This business of killing Christians in Kano precedes Boko Haram. LIke all forms of persecution, it gets and has gotten worse over time. A couple of decades ago, I knew people who were  victimized by deadly anti-Christian riots that were more or less disorganized and at least somewhat spontaneous.

But for the past 10 years or so Kano and all of northern Nigeria has been subjected to the organized violence of Boko Haram. I’ve published posts here at Public Catholic indicating that Boko Haram is funded and trained by extremist Muslim forces from outside Nigeria, indeed, from outside Africa. It appears that at least some of the funding for Boko Haram may be coming through England,

That’s an interesting and sad thought. A small child who is blown to bits on a summer’s evening may owe his or her death to the actions of international financiers and organizers who have given over their lives to organized killing.

A few days ago, Boko Haram struck again with a series of bomb blasts in Kano. These happened during the evening hours in the Christian section of the city. Many Muslims were out at the same time, because of Ramadan.

As usual for these things, Boko Haram has taken to killing other Muslims who don’t conform to their ideas, in addition to Christians.

My question: Why don’t the Muslims and Christians unite against these killers and get rid of them?

Another question: Why don’t the rest of us in the “civilized” world put their money people in prison? I don’t think it would be too difficult to write a law that could shut them down.

In the meantime, the killing and the dying go on in bleeding Nigeria.

From the Associated Press:

Associated Press

KANO, Nigeria (AP) — Multiple explosions rocked a Christian area in Nigeria’s northern Kano city Monday night, with security forces ferrying scores of wounded to hospitals.

A mortuary attendant at Murtala Mohammed Specialists Hospital said at least 10 bodies had been brought in from the scene. He spoke on condition of anonymity because he was not authorized to speak to reporters.

Nigeria is fighting an Islamic uprising by extremists based mainly in the northeast, where the government has declared a state of emergency. Kano city and state are not part of that emergency.

Nigeria’s government is fighting an Islamic uprising by a network called Boko Haram, which means “Western education is forbidden.” The group wants Islamic law imposed in Nigeria, Africa’s most populous nation of more than 160 million, which is divided almost equally between Christians who live mainly in the south and Muslims who dominate the north.

Witness Kolade Ade said at least one blast appeared to come from a Mercedes-Benz parked beside a kiosk selling alcohol and soft drinks.

“After the first bomb, I threw myself into the canal (drain) to hide. There were at least three blasts,” he said.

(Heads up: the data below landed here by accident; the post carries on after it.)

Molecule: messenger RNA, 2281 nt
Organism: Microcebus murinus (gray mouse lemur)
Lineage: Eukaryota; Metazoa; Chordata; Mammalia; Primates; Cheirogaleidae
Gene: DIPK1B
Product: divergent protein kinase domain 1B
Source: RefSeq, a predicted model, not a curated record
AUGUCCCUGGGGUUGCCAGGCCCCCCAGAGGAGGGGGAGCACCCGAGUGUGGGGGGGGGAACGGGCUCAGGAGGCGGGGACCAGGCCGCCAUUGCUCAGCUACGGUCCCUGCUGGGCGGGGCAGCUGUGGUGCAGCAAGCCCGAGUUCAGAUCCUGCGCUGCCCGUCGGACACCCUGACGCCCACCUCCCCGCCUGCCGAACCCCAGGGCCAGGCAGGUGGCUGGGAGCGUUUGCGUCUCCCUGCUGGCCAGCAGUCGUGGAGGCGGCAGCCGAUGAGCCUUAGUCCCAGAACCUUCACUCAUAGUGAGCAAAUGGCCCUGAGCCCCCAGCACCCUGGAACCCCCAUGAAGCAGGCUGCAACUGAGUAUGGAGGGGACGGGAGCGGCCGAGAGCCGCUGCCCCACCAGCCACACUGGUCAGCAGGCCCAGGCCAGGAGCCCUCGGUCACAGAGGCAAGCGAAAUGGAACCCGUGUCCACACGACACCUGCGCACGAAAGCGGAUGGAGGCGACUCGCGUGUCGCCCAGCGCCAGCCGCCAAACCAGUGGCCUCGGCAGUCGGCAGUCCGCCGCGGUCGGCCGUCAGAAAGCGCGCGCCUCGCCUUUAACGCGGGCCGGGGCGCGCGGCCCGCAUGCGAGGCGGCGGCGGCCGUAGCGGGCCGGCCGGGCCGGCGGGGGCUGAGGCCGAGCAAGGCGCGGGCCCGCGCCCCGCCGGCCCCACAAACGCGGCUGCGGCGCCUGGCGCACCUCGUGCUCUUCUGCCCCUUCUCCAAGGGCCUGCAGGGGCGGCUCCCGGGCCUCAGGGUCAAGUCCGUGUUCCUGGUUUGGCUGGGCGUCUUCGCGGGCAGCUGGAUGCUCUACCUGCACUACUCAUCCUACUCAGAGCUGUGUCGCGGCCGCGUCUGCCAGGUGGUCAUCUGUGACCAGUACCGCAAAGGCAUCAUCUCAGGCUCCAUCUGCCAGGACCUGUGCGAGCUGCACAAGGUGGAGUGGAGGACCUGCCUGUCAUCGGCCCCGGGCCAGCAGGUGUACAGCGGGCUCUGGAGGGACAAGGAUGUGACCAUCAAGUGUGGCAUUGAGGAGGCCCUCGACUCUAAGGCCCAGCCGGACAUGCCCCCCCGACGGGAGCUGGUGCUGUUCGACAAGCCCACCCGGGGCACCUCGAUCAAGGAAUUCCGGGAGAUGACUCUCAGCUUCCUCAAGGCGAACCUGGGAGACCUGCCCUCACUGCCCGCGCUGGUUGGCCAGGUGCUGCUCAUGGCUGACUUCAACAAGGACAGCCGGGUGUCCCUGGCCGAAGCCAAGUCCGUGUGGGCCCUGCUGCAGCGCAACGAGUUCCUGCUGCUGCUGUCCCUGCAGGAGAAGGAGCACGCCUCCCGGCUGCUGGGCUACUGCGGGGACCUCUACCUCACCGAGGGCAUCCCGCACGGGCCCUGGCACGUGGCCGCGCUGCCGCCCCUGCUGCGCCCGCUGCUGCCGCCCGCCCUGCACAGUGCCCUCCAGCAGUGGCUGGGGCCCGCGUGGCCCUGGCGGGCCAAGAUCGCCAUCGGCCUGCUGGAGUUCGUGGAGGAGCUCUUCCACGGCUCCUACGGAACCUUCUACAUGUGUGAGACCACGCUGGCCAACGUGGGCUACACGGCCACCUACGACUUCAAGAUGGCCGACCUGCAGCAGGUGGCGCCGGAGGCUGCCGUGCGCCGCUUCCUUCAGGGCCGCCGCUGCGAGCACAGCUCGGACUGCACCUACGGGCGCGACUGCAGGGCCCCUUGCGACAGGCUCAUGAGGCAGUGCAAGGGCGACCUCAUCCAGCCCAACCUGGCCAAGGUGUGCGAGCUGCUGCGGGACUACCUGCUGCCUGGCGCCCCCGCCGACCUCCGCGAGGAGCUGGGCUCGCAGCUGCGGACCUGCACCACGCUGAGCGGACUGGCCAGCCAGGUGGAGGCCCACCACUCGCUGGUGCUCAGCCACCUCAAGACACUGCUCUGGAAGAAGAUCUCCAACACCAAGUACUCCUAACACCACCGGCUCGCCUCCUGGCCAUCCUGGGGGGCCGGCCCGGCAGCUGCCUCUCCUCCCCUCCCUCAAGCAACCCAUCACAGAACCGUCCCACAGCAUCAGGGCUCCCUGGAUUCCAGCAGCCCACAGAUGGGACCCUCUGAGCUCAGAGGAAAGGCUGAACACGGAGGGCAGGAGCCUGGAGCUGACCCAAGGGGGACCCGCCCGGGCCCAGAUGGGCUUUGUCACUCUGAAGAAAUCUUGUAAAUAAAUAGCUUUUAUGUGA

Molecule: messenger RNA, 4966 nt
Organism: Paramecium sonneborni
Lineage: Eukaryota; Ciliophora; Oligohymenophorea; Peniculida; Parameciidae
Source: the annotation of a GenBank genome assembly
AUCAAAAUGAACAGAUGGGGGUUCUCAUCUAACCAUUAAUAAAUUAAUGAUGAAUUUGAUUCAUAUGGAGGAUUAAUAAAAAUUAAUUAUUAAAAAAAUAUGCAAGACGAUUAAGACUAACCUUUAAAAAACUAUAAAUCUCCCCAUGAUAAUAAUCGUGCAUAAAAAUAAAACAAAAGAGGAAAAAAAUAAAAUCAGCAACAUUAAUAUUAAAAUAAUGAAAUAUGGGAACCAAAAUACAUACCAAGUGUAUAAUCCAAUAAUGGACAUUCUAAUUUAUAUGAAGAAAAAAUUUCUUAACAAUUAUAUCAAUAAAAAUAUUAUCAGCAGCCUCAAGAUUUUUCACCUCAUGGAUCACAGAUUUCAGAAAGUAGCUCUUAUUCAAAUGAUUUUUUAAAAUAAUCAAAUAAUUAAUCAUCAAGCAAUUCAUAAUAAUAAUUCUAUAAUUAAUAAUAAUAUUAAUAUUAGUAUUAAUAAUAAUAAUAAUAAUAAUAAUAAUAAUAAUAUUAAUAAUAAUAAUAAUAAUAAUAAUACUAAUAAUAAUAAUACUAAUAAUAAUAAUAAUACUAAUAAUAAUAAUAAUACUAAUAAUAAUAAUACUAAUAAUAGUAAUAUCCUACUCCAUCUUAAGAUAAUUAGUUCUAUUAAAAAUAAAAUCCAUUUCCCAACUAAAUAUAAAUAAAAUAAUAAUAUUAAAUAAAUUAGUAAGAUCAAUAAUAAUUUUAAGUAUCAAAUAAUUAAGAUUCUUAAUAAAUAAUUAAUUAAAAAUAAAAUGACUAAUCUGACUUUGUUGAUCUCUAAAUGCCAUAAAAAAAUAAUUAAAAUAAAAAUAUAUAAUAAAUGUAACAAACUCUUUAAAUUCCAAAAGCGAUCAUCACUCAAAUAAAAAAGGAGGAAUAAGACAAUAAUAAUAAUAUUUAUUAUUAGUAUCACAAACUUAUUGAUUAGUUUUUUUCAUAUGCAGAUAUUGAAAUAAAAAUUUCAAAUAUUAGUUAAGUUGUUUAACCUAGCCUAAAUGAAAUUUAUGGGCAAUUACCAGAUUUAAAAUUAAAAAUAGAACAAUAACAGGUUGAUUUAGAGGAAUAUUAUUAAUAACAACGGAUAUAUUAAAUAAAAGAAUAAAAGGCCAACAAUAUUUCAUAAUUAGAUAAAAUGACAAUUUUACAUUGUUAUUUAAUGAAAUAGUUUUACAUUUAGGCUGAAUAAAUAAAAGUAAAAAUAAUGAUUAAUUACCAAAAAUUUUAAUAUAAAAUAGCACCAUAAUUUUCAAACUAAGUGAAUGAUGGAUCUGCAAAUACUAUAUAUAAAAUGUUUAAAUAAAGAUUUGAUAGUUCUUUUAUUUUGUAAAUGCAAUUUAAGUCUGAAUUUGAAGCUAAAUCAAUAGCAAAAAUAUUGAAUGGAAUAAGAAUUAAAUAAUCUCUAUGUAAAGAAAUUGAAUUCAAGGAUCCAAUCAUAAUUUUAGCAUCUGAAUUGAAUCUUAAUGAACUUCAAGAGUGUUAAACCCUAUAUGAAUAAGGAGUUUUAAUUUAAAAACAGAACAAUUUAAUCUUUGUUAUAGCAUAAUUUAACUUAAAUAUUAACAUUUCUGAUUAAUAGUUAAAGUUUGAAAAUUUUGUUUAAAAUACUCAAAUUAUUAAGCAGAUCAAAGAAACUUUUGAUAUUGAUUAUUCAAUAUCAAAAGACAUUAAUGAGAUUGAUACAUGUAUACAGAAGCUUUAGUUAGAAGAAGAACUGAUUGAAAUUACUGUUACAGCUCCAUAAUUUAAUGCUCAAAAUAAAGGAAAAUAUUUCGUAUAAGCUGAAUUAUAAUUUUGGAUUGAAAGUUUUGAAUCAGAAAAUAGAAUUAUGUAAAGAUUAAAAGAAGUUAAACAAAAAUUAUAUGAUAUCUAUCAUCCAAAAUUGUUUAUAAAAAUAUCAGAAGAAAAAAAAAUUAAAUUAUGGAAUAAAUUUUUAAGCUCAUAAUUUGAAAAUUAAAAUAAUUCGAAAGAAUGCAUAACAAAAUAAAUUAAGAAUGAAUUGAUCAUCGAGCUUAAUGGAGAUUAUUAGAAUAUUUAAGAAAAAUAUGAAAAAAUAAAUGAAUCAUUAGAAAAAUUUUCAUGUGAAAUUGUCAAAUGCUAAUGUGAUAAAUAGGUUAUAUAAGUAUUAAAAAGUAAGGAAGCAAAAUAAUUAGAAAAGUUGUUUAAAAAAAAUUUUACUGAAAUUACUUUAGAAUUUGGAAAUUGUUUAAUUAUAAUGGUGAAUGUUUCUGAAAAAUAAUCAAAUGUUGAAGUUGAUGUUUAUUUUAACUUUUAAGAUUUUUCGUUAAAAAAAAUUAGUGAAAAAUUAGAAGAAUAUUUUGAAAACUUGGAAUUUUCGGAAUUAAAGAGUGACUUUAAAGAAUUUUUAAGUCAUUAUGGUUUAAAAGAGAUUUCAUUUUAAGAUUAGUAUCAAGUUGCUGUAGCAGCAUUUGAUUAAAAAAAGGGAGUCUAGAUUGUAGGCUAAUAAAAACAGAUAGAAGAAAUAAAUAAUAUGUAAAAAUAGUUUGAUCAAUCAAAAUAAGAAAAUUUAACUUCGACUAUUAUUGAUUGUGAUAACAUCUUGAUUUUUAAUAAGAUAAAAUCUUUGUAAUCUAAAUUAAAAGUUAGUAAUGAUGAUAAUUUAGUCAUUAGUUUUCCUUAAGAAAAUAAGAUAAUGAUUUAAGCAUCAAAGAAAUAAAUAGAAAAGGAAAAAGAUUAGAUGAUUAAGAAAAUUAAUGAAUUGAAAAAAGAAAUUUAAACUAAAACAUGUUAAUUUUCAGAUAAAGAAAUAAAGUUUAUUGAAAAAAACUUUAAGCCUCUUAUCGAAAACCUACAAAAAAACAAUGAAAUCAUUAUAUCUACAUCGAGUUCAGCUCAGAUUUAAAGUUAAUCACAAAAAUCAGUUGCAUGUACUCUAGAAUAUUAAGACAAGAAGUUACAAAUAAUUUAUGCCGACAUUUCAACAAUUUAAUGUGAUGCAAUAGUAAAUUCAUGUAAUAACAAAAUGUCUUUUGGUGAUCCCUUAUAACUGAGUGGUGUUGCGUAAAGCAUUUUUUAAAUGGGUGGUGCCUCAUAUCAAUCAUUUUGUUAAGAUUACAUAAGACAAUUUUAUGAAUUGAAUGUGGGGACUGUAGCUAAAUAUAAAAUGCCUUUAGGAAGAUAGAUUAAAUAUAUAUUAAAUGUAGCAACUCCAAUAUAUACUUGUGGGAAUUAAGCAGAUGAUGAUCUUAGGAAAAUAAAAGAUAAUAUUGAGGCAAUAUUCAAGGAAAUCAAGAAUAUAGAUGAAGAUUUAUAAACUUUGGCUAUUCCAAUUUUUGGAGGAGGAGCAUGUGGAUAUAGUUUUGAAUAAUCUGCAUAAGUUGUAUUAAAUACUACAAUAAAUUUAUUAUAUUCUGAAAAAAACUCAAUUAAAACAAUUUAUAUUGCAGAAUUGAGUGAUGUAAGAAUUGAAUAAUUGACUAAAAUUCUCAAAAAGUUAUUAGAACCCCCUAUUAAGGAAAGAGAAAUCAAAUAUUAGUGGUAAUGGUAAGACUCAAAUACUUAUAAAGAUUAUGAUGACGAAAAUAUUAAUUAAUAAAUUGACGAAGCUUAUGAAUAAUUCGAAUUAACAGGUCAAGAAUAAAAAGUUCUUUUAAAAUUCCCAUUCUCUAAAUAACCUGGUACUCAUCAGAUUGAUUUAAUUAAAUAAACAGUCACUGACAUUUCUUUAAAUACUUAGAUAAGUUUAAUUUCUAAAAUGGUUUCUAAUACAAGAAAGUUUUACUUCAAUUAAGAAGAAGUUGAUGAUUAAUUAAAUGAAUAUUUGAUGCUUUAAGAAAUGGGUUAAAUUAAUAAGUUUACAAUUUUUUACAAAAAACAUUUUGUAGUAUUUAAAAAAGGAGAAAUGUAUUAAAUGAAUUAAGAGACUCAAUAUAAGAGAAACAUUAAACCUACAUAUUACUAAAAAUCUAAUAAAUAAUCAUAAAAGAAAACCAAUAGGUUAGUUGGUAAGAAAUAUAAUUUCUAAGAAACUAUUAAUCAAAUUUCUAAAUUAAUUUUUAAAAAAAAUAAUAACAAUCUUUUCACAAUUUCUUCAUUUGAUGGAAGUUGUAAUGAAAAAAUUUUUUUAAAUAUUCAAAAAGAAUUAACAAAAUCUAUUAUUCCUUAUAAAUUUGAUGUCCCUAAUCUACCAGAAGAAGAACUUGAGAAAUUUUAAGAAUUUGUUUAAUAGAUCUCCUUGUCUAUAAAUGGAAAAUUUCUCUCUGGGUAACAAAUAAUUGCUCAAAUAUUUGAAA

The explosions came as hundreds of people thronged the area in Sabon Gari neighborhood, where some were playing snooker and others table tennis.

 

15 Countries Named for ‘Systematic, On-Going’ Abuse of Religious Freedom

The US Commission for International Religious Freedom issued a recent report that named 15 Countries of Particular Concern because of the threats that their governments pose to religious liberty.

These countries are: Burma, China, Egypt, Eritrea, Iran, Iraq, Nigeria, North Korea, Pakistan, Saudi Arabia, Sudan, Tajikistan, Turkmenistan, Uzbekistan, and Viet Nam. The governments in these countries have “either engaged in or tolerated systematic, on-going, egregious abuse of the right to freedom of religion or belief.”

Based on the stories I’ve seen since I’ve been writing about Christian persecution, I would guess that the most consistently persecuted group in these countries is Christians.

From CNA:

Washington D.C., May 4, 2013 / 04:11 pm (CNA).- A recent report on international religious liberty cautioned that severe threats to freedom of religion exist in diverse communities through the world and should be discouraged through actions by the U.S. government.

“The Annual Report ultimately is about people and how their governments treat them,” said Dr. Katrina Lantos Swett, chair of the commission that released the report.

“Religious freedom is both a pivotal human right under international law and a key factor that helps determine whether a nation experiences stability or chaos,” she explained.

The U.S. Commission for International Religious Freedom gathers information throughout the year by meeting with government officials, citizens, analysts and non-governmental organizations across the globe in order to assess the state of international religious liberty. The independent, bipartisan group then advises the president, U.S. Congress and State Department on recommended actions to be taken.